Eleya was the daughter of the previous Southern Queen. Yet it had been the Northern Queen who’d named her and taught her to listen to the wind. They did not devote their children to the gods in the northern mountains. They kept them close and listened to their counsel, but all of their land was to be devoted in service to their people, to their land, and to their gods.

She packed her things and remembered a braided coil of copper hair she used to clutch in the night whenever visions raised her from the bed. She had no such reassurance now, no one to stand between her and the gods but the most senior oracle at the convent. Eleya was being cast out from the order. She could hardly turn to the oracle now.

She paused in packing the tiny satchel. What need had she had for things before now? She looked around the cell that had housed her, a stone room just large enough for the smaller dances with a cutout window to allow the winds to enter. The floor was stone beneath a layer of packed dirt that allowed both humility and a comfortable surface for those dances. She’d been expected to leave this room, to sleep in peasant huts, to devote herself to the service of the land, to offer prayers and supplications and prophecies.

Her staff was against the wall and there was still a dark glow to the embers on her hearth. She snatched up the staff, stretched out her arms, and danced and twirled in the small space as her arms burned, sigils slowly glowing brighter as flames burst upon the hearth. She did not sing aloud but formed the verses in her thoughts that would carry her prayers upward.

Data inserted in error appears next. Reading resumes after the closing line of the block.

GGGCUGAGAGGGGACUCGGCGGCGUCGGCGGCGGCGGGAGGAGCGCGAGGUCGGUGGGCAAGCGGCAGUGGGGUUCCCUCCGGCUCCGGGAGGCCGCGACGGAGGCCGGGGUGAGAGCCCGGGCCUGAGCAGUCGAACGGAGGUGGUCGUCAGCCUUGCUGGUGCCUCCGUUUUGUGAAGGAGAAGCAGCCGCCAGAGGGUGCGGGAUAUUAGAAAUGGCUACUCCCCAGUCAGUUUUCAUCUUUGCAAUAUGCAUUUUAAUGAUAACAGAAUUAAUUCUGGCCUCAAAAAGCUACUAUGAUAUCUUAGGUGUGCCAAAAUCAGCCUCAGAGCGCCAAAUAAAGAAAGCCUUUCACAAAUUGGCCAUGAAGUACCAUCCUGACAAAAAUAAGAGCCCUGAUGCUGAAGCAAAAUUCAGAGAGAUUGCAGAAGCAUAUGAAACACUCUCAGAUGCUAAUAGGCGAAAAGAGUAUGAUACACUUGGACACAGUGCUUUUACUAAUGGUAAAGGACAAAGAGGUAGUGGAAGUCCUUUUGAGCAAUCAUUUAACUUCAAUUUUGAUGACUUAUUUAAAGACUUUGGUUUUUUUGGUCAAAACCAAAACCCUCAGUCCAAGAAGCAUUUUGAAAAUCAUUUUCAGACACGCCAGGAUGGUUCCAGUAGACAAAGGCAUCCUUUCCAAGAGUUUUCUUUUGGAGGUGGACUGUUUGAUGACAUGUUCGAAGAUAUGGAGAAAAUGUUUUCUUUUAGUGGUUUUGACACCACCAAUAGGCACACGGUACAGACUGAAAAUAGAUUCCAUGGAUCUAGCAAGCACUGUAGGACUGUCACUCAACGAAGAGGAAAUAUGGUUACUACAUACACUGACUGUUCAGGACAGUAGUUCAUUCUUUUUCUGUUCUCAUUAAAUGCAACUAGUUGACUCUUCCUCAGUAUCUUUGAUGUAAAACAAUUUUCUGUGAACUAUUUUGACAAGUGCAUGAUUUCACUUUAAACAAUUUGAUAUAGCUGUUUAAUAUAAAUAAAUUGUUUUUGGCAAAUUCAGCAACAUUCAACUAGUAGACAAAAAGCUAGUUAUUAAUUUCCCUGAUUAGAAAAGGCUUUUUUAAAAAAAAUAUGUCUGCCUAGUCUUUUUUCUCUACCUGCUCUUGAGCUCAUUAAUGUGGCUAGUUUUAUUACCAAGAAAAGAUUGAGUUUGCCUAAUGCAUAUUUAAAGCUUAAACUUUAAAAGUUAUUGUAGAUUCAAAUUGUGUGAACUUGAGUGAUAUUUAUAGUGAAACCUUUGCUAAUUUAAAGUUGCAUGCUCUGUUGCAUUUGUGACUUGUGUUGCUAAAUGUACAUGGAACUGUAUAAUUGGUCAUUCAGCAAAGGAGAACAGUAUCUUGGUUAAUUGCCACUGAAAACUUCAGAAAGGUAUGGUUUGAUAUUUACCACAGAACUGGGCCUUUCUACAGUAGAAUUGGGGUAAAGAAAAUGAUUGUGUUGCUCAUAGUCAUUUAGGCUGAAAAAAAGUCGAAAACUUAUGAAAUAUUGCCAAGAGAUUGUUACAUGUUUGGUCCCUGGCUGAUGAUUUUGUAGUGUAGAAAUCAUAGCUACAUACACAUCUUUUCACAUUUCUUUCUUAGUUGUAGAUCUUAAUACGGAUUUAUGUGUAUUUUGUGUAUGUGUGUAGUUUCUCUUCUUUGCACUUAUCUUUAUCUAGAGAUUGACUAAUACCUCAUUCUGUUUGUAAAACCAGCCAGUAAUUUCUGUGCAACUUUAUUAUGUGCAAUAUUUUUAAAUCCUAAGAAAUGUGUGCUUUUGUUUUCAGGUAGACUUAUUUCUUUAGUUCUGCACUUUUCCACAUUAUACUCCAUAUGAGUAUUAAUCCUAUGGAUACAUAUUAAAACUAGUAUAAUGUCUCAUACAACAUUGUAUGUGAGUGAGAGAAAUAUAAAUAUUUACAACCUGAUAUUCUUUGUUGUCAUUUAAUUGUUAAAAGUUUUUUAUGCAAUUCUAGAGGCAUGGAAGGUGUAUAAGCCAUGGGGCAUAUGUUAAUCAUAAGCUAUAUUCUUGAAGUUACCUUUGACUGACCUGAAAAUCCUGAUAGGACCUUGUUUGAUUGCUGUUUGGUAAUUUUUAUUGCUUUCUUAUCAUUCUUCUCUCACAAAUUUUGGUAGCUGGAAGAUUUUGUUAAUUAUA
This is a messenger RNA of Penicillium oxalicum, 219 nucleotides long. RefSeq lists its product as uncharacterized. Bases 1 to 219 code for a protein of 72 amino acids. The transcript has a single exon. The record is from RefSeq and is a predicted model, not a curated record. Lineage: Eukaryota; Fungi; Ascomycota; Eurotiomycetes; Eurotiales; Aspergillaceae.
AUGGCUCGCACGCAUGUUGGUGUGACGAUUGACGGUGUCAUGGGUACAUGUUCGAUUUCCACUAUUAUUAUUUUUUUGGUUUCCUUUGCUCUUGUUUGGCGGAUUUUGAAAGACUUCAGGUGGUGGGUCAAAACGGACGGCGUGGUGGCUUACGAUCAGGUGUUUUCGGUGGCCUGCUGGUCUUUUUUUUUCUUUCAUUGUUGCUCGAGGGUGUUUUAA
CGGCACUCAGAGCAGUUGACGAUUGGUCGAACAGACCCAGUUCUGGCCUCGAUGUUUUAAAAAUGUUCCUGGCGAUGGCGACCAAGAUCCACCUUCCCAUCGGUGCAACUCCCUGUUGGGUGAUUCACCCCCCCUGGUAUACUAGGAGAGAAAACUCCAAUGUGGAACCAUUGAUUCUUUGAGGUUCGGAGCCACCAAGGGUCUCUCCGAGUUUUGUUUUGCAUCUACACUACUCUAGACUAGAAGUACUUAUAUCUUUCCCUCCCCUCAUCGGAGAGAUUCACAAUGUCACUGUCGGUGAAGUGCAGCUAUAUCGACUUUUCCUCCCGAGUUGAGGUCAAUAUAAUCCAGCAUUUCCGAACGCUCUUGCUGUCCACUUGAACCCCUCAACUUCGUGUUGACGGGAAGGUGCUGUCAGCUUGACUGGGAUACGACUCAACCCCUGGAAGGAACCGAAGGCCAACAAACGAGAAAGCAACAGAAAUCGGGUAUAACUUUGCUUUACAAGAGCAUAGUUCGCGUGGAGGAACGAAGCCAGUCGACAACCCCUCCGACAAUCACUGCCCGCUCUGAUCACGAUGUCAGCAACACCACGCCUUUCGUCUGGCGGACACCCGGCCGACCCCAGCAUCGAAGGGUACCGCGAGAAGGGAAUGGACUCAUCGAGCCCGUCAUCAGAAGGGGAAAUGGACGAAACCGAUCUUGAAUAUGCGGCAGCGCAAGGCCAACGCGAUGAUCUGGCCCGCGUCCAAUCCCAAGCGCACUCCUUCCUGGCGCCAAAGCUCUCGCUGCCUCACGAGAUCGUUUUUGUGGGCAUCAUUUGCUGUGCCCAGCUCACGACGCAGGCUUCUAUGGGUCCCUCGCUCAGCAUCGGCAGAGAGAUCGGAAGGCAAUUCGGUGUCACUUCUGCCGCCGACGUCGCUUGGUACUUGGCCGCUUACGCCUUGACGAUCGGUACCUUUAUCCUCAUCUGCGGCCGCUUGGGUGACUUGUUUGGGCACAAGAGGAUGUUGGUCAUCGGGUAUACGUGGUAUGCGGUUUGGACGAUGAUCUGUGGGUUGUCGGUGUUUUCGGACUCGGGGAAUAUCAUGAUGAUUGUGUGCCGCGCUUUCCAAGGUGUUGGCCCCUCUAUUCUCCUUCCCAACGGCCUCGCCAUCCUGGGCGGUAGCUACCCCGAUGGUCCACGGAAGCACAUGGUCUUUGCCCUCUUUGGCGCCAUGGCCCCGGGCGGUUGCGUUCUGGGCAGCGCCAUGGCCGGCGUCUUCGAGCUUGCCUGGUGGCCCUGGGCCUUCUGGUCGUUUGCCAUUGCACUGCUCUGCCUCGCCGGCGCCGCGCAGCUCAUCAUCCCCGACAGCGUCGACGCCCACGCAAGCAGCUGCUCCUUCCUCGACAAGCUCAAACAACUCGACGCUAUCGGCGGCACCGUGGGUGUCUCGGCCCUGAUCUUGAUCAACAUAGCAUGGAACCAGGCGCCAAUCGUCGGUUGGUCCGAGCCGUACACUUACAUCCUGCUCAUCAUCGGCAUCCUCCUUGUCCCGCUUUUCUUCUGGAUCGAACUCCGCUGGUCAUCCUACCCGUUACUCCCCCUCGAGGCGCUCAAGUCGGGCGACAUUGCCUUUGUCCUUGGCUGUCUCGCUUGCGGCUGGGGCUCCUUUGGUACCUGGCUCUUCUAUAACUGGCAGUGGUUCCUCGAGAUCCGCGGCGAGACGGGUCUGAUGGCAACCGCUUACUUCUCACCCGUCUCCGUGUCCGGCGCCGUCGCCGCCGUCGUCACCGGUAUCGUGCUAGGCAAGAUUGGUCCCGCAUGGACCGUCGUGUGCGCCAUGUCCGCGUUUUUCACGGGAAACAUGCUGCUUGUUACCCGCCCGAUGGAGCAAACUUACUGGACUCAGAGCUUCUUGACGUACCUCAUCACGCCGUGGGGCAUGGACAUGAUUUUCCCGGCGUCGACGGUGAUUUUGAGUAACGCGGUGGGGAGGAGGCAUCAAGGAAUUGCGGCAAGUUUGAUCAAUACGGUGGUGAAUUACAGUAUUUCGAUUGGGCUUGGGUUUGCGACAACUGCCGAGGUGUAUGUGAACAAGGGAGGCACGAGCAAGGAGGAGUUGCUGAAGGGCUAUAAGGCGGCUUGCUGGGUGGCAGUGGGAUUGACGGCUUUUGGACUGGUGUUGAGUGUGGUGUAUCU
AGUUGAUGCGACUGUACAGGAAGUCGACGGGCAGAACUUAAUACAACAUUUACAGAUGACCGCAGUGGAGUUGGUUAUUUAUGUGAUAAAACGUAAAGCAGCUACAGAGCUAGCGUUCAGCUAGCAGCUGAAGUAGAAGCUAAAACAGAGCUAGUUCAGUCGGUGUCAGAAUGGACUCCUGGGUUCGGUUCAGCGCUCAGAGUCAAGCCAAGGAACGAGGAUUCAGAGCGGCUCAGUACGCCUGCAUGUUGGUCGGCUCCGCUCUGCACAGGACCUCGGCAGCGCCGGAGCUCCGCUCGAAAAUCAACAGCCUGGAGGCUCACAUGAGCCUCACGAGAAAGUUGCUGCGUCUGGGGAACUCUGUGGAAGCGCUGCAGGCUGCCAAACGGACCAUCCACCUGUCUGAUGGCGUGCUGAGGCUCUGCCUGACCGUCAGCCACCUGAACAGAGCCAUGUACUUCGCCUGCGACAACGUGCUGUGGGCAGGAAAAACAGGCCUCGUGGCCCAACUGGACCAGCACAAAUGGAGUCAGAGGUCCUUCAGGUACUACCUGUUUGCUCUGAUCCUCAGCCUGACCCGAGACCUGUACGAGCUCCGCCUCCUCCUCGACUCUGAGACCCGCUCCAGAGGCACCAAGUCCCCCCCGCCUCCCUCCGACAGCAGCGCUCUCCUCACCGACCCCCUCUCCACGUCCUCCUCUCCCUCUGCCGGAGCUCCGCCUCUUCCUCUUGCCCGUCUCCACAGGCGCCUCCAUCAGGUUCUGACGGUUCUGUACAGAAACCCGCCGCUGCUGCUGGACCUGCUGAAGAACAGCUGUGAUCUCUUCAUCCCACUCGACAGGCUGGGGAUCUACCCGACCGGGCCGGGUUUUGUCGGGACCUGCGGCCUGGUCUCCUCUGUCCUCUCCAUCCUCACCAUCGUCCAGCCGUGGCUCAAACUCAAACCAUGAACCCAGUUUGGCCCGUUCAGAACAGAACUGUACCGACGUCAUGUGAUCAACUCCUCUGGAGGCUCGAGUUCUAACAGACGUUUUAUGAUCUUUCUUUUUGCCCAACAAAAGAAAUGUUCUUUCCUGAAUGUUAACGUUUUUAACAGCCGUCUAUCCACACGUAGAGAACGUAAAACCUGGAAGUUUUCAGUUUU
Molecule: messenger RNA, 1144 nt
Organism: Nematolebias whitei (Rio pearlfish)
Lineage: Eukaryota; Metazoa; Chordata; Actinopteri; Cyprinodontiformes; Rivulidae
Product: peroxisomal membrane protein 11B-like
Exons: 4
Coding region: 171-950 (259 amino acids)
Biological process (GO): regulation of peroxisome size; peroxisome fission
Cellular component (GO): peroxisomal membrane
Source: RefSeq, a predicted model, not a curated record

‘Guide me and show me your will through this river of happenings.
Do not let me be led astray in the twisting of truth or politics.’

Her feet faltered and her cheeks burned as hot as her blood when the gods moved through her limbs. She picked up her pace and added,

‘Choose for me the ones I will marry.
Let me not be ashamed on my wedding night.’

Her dance complete, she dropped to the earth, closed her eyes, and listened to the soft swish of wind through tree branches, to the crackle on the hearth. The flames sputtered and went out.

It wasn’t exactly reassuring.

The City at the Heart of All Things was not merely a city. It was a sprawling verdant valley at the center of the Four Lands, greeted by the river’s path from the northern mountains and the greater river’s path from the western forest. The eastern plains lay to one side of the Heart and spread all the way to the sea. The southern lands were an archipelago of thousands of islands nestled in a massive bay. The land between the coast and the heart was inhospitably dry, mountainous, and troubled by bandits, lured by the rich trade routes carved into the mountainous land.

Once, almost before Eleya could remember, she had traveled the road from the Heart to the convent in the foothills high above. It was hardly the only order of mendicants or monasteries in the Four Lands, nor was it the only convent of its order, but it was where royal children were taken and gifted when priestly blood expressed in their lines. To say nothing of oracles.

Eleya did not remember the great city walls, the well tilled fields around them, the unending stream of people, foreign and domestic. Even with recent Plague, they could hardly be denied. There would be a royal wedding soon.

“You should be arriving with a procession,” the messenger said glumly.

“Nonsense,” Eleya said coldly, a verbal rap across the knuckles as though he were one of the new supplicants. “It’s safer this way.”

‘Who else would be coming?’ she considered. People who knew what had become of the royal house, who thought the Four Lands would be weak, and the new Queen easily killed.

Cold swelled in her chest. Better to take precautions. Better to remain unknown. But who could hide from the gods?